Oddly enough, expectations of Inflation have recently had a larger effect upon inflation than economic factors such as unemployment. This may have implications for asset allocators and investors.

The Fiscal Causes of Inflation (John Cochrane, 2019)

This quantitative paper from John Cochrane measures the fiscal roots of inflation, evaluating future surpluses relative to the discount rate used to value government bonds.

Demographics, Inflation and Asset Prices (Goldman Sachs AM, 2018)

The authors of this report describe the ways in which demographics and inflation relate to asset prices, presenting their own demography-based predictions for major economies.


The Fed’s About-Face Complete Amid Dissent (PGIM Fixed Income, Aug 2019)

The Fed's recent rate cut was slightly disappointing to market practitioners who had hoped for additional stimulus. Will a Fed that's less dovish than expected mean lower inflation and growth in the long run?

Central Bank Watcher: Time to Deliver (Robeco, Aug 2019)

Robeco's monthly report looks at the actions of central banks across the globe, including their expectations for inflation, the term premium, and economic growth.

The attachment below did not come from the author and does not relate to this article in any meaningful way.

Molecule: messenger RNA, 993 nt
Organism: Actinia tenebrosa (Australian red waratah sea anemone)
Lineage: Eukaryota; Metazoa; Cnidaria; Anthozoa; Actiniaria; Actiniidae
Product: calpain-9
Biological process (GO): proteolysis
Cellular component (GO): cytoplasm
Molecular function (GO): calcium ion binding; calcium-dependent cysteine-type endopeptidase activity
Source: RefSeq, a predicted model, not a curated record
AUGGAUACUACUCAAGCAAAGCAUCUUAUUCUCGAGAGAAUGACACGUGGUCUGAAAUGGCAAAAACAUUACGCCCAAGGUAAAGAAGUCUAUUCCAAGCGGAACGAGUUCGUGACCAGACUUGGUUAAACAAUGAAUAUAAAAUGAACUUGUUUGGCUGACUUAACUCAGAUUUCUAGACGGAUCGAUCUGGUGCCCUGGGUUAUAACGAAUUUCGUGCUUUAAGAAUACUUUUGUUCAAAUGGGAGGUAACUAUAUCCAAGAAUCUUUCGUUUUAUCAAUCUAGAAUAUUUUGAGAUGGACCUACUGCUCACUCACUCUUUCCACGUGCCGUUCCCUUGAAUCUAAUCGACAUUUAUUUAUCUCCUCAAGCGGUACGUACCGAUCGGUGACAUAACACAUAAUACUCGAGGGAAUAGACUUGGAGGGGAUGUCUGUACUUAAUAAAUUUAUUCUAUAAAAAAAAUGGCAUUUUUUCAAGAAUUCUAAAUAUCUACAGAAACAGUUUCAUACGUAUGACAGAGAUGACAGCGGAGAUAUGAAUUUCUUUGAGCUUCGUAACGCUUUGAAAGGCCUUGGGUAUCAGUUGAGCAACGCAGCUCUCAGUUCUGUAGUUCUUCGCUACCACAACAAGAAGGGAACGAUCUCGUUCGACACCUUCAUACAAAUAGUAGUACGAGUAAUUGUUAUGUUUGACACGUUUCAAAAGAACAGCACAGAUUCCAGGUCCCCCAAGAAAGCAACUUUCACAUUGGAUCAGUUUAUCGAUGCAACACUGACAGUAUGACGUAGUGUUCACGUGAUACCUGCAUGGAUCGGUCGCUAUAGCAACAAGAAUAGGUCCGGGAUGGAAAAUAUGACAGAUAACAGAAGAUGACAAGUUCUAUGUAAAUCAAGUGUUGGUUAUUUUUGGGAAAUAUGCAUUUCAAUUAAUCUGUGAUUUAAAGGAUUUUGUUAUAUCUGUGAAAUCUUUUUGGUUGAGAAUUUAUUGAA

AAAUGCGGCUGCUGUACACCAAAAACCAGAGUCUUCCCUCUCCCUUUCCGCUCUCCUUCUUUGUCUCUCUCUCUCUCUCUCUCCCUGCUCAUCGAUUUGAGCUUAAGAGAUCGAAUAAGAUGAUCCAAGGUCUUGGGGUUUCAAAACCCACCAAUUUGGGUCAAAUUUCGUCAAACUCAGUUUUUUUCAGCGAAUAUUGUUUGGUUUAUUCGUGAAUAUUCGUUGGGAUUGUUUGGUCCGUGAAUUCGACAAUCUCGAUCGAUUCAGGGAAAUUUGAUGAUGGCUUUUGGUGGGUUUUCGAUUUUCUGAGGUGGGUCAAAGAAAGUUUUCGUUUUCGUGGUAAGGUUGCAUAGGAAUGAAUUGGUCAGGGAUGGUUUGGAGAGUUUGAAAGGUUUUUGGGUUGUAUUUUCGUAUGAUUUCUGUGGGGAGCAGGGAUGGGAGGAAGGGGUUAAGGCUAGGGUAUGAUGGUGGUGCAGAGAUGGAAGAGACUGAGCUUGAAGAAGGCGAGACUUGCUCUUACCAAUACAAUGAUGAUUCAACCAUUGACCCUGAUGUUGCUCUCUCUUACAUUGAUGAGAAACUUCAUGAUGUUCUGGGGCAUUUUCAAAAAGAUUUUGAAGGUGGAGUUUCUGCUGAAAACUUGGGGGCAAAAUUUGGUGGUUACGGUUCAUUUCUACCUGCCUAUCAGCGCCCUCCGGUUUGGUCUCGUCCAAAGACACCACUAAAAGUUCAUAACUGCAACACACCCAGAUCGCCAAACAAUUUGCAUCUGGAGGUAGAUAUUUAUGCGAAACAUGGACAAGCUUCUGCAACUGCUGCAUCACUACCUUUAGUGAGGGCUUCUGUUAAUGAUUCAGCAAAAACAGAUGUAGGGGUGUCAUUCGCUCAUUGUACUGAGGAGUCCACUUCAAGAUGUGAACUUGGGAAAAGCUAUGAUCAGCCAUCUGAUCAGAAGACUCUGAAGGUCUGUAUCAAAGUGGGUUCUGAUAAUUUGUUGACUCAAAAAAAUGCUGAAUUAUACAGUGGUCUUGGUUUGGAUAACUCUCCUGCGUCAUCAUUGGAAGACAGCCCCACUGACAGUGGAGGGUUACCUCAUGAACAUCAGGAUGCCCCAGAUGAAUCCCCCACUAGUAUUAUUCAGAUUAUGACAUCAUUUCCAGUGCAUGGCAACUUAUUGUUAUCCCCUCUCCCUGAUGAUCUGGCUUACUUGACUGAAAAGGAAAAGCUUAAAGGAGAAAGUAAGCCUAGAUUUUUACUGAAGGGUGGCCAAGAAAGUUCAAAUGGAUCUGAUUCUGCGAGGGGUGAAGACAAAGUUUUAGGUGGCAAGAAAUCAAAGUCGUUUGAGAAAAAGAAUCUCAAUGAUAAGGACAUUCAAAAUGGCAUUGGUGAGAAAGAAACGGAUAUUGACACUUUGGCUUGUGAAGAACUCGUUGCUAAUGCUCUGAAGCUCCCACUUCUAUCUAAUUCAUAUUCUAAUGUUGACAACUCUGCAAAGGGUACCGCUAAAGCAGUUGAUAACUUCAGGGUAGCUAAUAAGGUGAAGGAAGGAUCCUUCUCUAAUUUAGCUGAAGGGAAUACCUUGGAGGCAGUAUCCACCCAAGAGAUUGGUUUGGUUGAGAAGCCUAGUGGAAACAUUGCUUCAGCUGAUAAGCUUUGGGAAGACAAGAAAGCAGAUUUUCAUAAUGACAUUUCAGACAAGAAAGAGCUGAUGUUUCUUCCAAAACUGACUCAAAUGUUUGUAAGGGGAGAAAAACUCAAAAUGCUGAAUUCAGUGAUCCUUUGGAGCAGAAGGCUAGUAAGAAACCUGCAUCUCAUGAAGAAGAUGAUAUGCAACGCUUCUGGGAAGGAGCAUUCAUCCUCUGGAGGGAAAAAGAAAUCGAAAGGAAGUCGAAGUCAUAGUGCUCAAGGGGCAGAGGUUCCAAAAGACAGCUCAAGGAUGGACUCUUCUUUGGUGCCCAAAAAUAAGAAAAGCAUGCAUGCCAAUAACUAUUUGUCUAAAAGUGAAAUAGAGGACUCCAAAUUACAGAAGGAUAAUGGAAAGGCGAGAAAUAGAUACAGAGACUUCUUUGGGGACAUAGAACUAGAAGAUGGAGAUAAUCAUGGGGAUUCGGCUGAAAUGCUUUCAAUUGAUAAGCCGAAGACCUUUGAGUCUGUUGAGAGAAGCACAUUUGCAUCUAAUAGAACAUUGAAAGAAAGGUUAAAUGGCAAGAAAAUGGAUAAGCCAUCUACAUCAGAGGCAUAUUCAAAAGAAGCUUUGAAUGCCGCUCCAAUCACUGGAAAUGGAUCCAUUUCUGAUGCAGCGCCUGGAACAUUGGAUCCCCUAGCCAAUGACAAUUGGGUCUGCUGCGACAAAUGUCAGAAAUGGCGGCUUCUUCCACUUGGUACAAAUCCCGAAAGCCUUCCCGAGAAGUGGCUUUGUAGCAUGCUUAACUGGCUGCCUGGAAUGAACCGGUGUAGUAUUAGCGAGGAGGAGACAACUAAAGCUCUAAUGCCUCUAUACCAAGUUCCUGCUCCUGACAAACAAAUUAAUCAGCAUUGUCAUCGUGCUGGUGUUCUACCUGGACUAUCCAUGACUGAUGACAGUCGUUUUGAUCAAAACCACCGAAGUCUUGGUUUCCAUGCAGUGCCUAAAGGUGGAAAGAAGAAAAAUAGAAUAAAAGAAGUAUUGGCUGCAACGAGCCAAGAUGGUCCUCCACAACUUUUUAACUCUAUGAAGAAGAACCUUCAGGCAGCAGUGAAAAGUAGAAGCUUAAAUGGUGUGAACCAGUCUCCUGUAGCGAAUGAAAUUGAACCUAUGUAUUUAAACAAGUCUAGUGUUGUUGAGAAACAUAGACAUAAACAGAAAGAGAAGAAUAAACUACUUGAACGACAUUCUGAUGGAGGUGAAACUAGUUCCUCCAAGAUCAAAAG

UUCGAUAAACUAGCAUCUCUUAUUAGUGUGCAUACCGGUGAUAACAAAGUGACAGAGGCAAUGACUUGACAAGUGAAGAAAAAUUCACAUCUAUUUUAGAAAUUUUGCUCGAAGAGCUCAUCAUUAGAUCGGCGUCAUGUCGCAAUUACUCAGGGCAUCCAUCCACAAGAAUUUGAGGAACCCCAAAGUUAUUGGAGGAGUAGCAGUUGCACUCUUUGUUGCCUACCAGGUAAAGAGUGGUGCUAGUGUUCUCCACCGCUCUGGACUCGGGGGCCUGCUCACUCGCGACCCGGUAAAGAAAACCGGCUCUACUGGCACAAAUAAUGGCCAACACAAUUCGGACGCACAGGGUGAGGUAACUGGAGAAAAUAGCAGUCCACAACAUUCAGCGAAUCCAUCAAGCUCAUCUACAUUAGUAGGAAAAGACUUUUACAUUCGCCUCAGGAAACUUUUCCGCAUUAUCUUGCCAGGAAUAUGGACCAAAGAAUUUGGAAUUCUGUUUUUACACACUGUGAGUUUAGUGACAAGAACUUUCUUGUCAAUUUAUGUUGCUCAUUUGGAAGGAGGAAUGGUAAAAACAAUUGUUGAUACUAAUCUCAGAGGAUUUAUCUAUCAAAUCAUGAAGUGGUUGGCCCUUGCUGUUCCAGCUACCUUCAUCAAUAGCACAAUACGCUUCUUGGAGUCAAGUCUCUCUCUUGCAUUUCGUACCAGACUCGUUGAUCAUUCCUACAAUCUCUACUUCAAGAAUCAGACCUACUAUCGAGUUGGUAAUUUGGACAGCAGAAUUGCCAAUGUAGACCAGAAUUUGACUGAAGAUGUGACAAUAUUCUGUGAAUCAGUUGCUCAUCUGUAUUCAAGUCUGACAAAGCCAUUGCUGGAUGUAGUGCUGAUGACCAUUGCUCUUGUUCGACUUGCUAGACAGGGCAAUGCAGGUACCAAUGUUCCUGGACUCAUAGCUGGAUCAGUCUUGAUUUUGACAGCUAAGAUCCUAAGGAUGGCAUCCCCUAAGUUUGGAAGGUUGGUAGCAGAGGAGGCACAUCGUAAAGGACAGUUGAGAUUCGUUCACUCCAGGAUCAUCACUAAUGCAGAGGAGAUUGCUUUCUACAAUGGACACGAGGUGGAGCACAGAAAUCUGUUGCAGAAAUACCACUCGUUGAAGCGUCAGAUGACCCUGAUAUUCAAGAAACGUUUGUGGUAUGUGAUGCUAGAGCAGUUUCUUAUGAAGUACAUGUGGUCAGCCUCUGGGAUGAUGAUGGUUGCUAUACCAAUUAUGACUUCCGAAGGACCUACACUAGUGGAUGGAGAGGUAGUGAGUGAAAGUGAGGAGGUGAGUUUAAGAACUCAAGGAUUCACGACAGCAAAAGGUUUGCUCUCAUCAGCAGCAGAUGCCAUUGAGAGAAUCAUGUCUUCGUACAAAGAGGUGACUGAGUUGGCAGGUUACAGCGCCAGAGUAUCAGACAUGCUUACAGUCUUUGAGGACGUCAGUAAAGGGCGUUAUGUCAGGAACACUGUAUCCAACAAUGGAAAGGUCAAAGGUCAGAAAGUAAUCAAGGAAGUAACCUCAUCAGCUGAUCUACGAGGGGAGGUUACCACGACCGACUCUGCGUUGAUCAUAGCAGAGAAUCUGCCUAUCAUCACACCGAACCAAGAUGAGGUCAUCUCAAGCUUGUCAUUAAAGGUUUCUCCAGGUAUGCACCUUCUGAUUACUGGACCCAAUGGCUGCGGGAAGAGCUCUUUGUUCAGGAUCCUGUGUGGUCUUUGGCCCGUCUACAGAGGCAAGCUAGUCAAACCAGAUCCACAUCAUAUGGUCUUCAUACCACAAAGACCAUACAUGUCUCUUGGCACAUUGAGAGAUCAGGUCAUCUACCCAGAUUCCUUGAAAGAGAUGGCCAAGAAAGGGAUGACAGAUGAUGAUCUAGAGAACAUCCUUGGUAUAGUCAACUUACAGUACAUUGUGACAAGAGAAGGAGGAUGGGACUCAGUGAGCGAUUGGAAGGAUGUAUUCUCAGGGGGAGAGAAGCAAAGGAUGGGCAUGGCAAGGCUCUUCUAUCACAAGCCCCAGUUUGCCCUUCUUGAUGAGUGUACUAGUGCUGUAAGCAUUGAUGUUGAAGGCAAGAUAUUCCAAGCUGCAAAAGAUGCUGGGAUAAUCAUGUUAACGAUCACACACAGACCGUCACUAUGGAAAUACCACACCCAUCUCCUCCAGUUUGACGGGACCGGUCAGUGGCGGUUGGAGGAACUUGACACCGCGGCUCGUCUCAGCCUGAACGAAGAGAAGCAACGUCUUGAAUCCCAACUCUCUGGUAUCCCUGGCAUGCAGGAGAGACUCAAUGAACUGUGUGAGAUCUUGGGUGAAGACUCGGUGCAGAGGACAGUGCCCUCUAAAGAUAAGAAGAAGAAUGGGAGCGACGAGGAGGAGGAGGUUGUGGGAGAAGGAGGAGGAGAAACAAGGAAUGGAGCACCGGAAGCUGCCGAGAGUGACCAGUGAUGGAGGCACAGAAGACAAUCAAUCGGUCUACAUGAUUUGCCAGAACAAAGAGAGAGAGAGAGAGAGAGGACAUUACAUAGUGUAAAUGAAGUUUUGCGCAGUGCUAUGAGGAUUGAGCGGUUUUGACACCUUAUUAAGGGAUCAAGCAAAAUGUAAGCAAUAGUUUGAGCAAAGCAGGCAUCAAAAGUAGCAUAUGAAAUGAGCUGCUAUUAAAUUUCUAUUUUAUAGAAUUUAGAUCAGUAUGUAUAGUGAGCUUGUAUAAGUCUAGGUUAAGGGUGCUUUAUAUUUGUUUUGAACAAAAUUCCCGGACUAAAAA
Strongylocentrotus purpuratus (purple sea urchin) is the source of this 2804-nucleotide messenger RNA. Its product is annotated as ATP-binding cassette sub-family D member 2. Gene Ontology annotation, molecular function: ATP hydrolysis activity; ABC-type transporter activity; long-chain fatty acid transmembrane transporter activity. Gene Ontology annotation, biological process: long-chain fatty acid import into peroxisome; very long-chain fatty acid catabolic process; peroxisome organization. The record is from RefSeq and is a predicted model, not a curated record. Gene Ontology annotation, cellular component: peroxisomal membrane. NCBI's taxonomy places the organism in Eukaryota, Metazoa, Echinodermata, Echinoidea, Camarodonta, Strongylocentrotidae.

Rethinking the Fed's 2 percent inflation target (Brookings Institution, 2018)

In this paper, the authors make the case for a new monetary policy framework. They argue that a move away from the current inflation target of 2% would allow the U.S. economy to have higher levels of output and employment over time.

Monetary Policy in a Low Interest Rate World (US Federal Reserve, 2017)

This paper models the effects of traditional monetary policy when nominal interest rates are at or near the effective lower bound.


R*, Rock Star or Dark Star? (QMA, Oct 2018)

QMA discusses how the equilibrium real interest rate could foretell whether recent turbulence implies a Fed miscalculation or merely an adjustment to a higher rate environment.

Measuring the Natural Rate of Interest (John Williams of FRBSF, Dec 2016)